Since France has to give up less loaves of bread than England (40 versus 50) to get 1 barrel of wine, it has a comparative advantage in the production of wine. Vice versa, since England has to give up less barrels of wine to get 1 loaf of bread (.2 versus .25), it has a comparative advantage in the production of bread. Also note that before specialization a total of 29 barrels of wine (14 + 15) are produced as well as 950 loaves of bread (350 + 600). Now let’s see what happens when England specializes in making bread and France specializes in making wine.
From our table, we see that if England specializes in making bread it will choose Production Possibility A and France will choose Production Possibility C and specialize in wine. Now, 1050 loaves of bread (instead of 950) and 30 barrels of wine (instead of 29) are produced. It is clear that specialization has increased the production of both goods. One problem remains, however. This is that England has no wine and France has no bread. This can be solved easily through trade.
Meeting in the middle between the cost-ratio of 1 barrel per 50 loaves for England and 1 barrel per 40 loaves for France, let’s assume the ‘terms of trade’ are set at 1 barrel of wine per 45 loaves of bread. It will always benefit both countries as long as the terms of trade are between 1:40 and 1:50. This exact number will be set based on the supply and demand in the market.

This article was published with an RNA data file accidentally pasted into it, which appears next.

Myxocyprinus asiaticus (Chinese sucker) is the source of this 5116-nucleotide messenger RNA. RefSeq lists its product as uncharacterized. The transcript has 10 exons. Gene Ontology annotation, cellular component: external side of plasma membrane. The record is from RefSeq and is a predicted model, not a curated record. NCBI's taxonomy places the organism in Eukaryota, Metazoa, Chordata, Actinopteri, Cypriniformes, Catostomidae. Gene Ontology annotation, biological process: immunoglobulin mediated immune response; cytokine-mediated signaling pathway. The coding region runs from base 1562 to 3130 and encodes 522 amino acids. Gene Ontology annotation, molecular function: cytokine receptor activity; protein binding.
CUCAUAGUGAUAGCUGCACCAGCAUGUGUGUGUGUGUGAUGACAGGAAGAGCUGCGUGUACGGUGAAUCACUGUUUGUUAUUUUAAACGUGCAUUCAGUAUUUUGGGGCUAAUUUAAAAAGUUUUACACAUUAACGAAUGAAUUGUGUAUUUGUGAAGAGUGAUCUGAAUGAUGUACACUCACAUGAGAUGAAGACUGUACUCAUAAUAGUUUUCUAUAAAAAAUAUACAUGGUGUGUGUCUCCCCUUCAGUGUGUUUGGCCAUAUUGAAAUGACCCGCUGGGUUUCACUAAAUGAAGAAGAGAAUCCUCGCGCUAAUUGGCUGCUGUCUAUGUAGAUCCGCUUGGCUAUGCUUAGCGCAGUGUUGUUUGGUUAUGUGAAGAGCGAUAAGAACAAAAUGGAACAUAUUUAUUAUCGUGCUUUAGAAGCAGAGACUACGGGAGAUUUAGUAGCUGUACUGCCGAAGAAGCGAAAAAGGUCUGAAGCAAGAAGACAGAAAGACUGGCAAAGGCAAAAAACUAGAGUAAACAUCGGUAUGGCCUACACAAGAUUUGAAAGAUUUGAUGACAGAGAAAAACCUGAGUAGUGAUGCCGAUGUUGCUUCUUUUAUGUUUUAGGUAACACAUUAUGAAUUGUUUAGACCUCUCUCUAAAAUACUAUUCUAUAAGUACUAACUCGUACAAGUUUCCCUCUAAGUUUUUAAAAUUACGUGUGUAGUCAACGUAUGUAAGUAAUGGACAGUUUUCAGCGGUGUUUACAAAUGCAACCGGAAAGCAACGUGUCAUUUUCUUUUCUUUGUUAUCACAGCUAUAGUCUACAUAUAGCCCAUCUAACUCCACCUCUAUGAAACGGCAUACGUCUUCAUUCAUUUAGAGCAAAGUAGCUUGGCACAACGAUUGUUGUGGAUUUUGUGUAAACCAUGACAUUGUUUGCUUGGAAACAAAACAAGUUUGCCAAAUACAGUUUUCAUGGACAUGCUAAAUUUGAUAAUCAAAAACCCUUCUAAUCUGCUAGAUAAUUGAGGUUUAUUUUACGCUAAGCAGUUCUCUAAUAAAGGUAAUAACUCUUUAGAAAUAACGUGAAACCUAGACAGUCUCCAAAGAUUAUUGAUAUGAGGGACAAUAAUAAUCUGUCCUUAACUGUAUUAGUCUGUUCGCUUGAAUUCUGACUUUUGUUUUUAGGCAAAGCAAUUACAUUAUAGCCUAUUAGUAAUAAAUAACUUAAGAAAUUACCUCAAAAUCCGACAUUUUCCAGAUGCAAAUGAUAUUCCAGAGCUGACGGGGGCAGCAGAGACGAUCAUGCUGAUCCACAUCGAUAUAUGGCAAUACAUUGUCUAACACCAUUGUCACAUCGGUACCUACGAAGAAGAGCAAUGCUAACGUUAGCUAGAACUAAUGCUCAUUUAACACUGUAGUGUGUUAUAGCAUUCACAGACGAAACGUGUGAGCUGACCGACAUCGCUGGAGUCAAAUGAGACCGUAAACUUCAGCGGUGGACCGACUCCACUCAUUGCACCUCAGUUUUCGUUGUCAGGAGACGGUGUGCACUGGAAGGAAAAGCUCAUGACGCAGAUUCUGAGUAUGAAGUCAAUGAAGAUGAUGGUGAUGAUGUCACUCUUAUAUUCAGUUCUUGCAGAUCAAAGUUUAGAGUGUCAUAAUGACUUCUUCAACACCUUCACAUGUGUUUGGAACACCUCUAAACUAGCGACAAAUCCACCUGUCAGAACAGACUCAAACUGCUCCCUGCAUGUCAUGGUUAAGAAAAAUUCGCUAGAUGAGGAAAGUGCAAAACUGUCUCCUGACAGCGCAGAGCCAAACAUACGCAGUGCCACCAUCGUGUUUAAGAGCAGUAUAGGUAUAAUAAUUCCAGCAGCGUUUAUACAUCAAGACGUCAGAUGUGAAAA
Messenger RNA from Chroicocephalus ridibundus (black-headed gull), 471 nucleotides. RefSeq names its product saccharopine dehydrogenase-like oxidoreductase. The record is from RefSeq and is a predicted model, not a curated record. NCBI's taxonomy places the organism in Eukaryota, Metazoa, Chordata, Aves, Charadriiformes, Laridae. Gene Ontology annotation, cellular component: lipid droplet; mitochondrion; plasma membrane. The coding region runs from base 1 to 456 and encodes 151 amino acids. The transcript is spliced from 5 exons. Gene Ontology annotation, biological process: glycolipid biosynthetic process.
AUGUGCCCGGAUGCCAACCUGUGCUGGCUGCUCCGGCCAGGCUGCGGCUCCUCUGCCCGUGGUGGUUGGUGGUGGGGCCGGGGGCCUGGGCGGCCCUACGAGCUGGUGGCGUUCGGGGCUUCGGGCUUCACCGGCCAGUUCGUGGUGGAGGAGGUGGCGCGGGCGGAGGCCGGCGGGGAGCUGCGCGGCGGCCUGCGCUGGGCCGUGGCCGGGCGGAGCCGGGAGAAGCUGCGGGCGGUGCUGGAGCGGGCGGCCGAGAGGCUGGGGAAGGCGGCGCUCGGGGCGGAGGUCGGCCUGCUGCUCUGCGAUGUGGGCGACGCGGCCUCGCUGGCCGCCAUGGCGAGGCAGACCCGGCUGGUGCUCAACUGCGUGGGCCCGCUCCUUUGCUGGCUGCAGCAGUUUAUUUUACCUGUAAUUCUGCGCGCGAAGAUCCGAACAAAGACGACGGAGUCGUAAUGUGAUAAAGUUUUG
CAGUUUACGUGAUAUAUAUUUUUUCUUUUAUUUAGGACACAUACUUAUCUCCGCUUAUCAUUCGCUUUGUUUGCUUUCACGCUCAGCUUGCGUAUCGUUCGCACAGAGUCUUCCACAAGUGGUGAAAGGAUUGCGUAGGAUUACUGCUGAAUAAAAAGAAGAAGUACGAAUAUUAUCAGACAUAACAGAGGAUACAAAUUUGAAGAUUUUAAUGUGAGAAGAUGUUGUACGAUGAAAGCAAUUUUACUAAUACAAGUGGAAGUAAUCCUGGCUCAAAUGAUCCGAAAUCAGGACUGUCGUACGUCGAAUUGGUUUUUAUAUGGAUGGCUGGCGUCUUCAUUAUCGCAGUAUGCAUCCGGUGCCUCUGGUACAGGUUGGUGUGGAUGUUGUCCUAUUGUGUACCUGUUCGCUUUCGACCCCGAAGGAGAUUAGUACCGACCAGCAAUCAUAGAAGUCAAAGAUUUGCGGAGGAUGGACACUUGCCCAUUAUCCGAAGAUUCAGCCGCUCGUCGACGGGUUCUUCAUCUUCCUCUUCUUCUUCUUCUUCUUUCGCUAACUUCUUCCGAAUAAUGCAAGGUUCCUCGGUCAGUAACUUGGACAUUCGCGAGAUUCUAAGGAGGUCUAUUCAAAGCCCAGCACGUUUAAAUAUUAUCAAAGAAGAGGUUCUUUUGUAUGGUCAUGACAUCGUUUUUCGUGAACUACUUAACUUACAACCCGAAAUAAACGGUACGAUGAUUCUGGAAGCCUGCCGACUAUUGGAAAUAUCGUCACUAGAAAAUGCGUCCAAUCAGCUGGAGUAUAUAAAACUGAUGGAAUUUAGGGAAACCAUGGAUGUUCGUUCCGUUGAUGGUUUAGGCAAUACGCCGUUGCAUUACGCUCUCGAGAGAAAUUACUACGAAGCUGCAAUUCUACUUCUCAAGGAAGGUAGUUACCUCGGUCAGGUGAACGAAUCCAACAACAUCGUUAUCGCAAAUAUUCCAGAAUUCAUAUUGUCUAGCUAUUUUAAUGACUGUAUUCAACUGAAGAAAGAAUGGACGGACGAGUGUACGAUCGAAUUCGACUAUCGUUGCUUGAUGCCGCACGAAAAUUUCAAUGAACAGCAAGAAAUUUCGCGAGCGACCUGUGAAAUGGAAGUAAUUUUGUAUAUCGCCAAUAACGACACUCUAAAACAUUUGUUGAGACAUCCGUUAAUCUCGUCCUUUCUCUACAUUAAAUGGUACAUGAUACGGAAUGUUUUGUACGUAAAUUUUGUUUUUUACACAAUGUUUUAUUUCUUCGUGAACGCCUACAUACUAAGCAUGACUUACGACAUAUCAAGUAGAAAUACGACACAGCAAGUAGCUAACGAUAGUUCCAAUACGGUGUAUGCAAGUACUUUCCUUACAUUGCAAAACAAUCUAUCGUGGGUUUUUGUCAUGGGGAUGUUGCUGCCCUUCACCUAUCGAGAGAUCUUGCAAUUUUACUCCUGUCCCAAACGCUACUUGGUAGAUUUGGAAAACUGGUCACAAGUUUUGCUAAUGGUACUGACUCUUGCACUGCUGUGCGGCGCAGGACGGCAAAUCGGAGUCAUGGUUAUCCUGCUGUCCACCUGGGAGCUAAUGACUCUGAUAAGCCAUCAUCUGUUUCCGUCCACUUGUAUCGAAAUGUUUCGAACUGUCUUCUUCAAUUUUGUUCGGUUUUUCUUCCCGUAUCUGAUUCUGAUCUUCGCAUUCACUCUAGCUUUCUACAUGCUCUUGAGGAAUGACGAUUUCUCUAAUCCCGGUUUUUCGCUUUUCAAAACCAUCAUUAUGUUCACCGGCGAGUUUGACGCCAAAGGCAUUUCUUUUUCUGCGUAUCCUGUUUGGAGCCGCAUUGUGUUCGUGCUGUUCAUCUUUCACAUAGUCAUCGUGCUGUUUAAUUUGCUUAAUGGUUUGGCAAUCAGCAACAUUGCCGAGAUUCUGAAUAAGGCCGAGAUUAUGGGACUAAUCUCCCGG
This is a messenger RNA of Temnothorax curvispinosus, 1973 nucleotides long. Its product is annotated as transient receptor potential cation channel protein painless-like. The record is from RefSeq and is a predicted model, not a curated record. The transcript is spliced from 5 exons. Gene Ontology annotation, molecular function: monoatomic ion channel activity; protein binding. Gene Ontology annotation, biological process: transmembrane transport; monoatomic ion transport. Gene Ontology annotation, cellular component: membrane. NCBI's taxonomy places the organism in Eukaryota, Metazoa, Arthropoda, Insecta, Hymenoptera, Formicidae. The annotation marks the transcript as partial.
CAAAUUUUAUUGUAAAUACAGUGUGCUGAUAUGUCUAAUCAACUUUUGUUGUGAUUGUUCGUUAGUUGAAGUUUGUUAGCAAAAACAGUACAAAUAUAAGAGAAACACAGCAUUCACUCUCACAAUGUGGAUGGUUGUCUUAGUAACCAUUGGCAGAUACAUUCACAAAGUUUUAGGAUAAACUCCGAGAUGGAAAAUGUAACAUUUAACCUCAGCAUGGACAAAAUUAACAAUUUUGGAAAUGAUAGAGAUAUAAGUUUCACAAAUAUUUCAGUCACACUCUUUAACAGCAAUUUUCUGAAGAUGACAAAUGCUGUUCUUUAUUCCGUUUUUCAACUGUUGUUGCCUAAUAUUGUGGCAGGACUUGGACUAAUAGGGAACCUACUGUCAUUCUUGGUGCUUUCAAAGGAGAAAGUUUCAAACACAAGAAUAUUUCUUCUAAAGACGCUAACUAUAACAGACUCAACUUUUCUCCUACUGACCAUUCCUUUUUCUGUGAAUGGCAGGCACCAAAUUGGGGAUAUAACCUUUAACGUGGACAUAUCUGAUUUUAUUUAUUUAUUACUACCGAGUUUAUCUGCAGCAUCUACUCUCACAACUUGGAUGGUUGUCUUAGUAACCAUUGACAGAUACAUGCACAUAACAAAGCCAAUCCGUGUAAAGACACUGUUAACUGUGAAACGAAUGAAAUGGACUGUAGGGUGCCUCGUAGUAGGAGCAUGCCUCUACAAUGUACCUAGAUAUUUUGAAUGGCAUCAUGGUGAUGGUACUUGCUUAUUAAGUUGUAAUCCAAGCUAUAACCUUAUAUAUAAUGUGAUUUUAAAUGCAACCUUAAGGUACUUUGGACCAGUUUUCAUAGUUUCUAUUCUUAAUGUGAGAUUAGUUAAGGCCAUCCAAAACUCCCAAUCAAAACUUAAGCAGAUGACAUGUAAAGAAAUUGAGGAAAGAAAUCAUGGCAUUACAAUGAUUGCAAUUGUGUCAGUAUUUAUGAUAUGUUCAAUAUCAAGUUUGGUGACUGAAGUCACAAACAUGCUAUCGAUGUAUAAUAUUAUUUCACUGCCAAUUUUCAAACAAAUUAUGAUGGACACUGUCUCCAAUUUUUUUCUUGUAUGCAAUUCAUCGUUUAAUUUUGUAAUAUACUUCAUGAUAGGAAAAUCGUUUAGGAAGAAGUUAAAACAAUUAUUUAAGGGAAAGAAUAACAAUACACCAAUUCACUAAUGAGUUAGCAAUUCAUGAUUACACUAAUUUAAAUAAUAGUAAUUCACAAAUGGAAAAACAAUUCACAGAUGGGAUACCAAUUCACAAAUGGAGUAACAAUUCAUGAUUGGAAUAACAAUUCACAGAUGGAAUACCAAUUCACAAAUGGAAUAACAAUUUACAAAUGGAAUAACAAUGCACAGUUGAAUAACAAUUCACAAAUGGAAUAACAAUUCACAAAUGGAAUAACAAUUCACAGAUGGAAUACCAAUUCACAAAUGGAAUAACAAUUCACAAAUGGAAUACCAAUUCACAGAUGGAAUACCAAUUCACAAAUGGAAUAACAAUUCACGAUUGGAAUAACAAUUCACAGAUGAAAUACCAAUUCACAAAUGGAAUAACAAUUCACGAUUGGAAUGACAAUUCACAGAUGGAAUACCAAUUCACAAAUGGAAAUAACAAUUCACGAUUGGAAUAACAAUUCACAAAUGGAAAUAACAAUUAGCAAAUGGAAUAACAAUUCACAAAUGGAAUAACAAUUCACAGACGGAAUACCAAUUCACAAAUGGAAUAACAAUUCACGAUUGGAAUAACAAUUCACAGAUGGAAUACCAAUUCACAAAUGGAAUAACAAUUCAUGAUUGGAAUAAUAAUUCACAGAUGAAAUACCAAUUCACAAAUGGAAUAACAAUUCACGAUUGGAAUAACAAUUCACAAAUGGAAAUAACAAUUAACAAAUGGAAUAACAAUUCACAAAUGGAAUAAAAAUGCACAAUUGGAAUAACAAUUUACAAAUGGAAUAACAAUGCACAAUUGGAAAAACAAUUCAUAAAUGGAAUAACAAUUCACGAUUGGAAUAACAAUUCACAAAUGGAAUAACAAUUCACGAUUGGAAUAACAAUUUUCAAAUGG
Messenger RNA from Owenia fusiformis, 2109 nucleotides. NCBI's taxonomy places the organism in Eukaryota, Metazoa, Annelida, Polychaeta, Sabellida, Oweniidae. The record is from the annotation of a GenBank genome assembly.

Let see what happens if France trades 14 barrels of wine for 630 loaves of bread (14 x 45 = 630). After the trade, France has 16 barrels of wine remaining and 630 loaves of bread while England has 14 barrels of wine and 420 loaves of bread. France now has 1 more barrels of wine and 30 more loaves of bread while England has the same amount of wine and 70 more loaves of bread. Specialization and trade created 1 extra barrel of wine and 100 extra loaves of bread! All due to comparative advantage.
Ekonómia I. – Paul A. Samuelson/William D. Nordhaus, 1989, McGraw-Hill, New York -